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    PEELER: Beal Brings Energy to Wolfpack Women.


    RALEIGH, N.C. Sharnise Beal can’t really pinpoint when her shoulder was so badly damaged. It happened gradually through the course of last season.

    All she knew was that team doctors suggested she have off-season surgery to repair the extensive injury: a torn labrum, a floating bone chip and an indented rotator cuff. It’s a procedure that normally needs eight to nine months for full recovery.

    She spent the entire off-season completing an accelerated rehabilitation of the injured shoulder so she could return to action this season. The junior wing player from New Britain, Conn., established herself as a valuable member of the Wolfpack lineup last year, averaging 6.4 points and 2.8 rebounds as a part-time starter.

    But she worked hard to return to action, in the hopes of becoming an even bigger contributor this season.

    The comeback wasn’t easy, though. The fast-track rehab was painful.

    “I felt sore constantly,” Beal said. “I felt like I was going through surgery all over again at some points. It is definitely coming along and it is showing in my game. I am shooting the ball a lot better.”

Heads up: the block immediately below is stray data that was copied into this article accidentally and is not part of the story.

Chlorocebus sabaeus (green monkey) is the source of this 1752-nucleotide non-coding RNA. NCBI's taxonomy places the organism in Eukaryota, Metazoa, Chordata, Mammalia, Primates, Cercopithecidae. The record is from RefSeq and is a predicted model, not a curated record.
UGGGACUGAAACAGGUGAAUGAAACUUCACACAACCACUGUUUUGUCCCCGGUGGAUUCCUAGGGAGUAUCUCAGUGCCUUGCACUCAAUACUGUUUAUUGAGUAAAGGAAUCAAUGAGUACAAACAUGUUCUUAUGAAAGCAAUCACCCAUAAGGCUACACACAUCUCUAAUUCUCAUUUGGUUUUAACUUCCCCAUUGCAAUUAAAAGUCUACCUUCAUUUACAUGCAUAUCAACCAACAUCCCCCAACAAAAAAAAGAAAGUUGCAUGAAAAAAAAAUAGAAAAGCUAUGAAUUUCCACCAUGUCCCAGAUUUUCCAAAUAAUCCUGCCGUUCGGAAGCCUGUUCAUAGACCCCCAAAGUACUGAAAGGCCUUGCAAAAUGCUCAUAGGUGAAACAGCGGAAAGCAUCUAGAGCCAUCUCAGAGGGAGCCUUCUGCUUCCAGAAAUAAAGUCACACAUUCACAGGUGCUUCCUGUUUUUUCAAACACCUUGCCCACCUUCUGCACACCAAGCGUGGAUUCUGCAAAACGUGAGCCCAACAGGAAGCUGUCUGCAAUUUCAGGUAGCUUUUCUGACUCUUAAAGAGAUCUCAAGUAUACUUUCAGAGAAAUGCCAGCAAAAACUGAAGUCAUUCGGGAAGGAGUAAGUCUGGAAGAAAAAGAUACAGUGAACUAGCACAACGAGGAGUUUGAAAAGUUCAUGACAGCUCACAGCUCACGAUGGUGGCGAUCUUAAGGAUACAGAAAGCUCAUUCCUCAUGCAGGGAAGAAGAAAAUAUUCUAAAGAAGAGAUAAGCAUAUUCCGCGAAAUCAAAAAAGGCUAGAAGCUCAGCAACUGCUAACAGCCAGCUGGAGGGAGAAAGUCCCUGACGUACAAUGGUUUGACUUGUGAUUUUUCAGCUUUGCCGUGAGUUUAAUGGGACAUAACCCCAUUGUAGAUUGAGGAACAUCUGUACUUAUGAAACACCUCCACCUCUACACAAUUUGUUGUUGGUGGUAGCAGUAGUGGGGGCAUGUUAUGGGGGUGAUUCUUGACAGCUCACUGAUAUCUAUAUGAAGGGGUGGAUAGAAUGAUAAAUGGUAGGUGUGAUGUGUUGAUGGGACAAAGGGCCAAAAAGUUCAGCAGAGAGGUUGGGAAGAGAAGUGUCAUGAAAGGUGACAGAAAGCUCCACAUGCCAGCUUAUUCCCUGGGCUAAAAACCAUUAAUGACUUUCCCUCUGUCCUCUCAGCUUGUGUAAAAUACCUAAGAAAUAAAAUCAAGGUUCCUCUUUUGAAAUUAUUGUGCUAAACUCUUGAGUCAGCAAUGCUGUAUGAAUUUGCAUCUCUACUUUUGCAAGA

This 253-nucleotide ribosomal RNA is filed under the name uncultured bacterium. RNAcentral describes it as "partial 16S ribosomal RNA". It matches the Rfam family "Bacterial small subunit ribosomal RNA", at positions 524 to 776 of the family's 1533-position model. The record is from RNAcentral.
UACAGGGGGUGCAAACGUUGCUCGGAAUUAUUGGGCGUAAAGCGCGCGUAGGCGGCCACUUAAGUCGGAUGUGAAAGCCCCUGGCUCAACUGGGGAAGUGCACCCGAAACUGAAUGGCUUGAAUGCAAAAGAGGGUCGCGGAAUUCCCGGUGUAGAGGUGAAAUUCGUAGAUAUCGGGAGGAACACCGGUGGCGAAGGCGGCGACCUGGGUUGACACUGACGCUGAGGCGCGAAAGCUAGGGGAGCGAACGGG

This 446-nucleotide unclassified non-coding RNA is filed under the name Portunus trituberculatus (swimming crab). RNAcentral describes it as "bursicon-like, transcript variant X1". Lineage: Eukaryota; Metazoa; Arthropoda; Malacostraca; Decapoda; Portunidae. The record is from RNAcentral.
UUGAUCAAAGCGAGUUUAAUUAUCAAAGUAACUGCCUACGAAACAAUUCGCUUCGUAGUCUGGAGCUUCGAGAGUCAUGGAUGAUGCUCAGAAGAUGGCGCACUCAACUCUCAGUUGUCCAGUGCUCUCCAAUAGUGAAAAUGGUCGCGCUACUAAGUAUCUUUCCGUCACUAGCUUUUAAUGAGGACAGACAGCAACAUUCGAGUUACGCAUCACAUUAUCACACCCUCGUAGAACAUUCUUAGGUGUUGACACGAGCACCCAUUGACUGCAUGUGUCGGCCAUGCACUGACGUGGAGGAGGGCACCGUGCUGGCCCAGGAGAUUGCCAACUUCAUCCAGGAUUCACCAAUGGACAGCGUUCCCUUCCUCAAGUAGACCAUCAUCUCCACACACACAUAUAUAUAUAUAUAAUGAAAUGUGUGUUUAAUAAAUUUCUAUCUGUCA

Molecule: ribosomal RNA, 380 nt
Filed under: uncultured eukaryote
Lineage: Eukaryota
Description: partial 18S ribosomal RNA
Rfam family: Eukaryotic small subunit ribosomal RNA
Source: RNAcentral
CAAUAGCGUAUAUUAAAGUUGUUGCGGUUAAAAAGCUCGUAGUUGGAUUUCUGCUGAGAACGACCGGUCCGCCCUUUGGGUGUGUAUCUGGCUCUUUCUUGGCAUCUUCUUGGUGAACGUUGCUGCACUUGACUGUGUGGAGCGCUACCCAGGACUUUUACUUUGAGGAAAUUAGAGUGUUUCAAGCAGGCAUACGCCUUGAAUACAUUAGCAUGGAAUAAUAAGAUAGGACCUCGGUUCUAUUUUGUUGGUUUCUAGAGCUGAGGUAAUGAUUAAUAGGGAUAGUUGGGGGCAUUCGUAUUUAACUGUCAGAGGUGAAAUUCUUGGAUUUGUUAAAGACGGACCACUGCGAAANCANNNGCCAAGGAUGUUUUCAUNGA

She missed all of summer conditioning, pre-season individual workouts, pre-season practice and the first seven games of the season. She finally returned in early December at Michigan, where she debuted with seven points in 22 minutes.

    But heading into Sunday’s game at No. 2 North Carolina, Beal has become an invaluable part of the Wolfpack lineup over the last eight games. She moved into the starting lineup at Columbia, and made an immediate impact by scoring a career-high 26 points. She followed that up two games later with 23 points against Georgetown.

    Over the last four games, Beal has averaged 18.3 points for the Wolfpack (8-7 overall), a team that has needed an emotional boost in the absence of legendary head coach Kay Yow, who is fighting cancer and will not return this season.

    Beal credits her improved productivity to the difficult time she sat on the bench, unable to compete.
    “Sitting out, you see the game from a whole different perspective,” Beal said. “It was hard for me to sit there and watch. It is a whole different ball game from there. It seemed to me that we were lacking some energy, so that is what I have tried to bring when I came back.

    “I wanted to be a positive influence.”

    In that way, Yow has been Beal’s primary inspiration to maintain a positive outlook throughout the painful rehab process.. The coach, who has missed the Wolfpack’s last four games, announced earlier this week that she will step down for the remainder of this season, turning the reins over to associate head coach Stephanie Glance.

    “It’s been hard,” Beal said. “I know Coach Yow doesn’t want us feeling sorry for her, because she doesn’t feel sorry for herself. I feel it would be a slap in her face for us to get down on ourselves.

    “That is not even an option right now. We have to use it as a motivation and push forward.”

    You may contact Tim Peeler at




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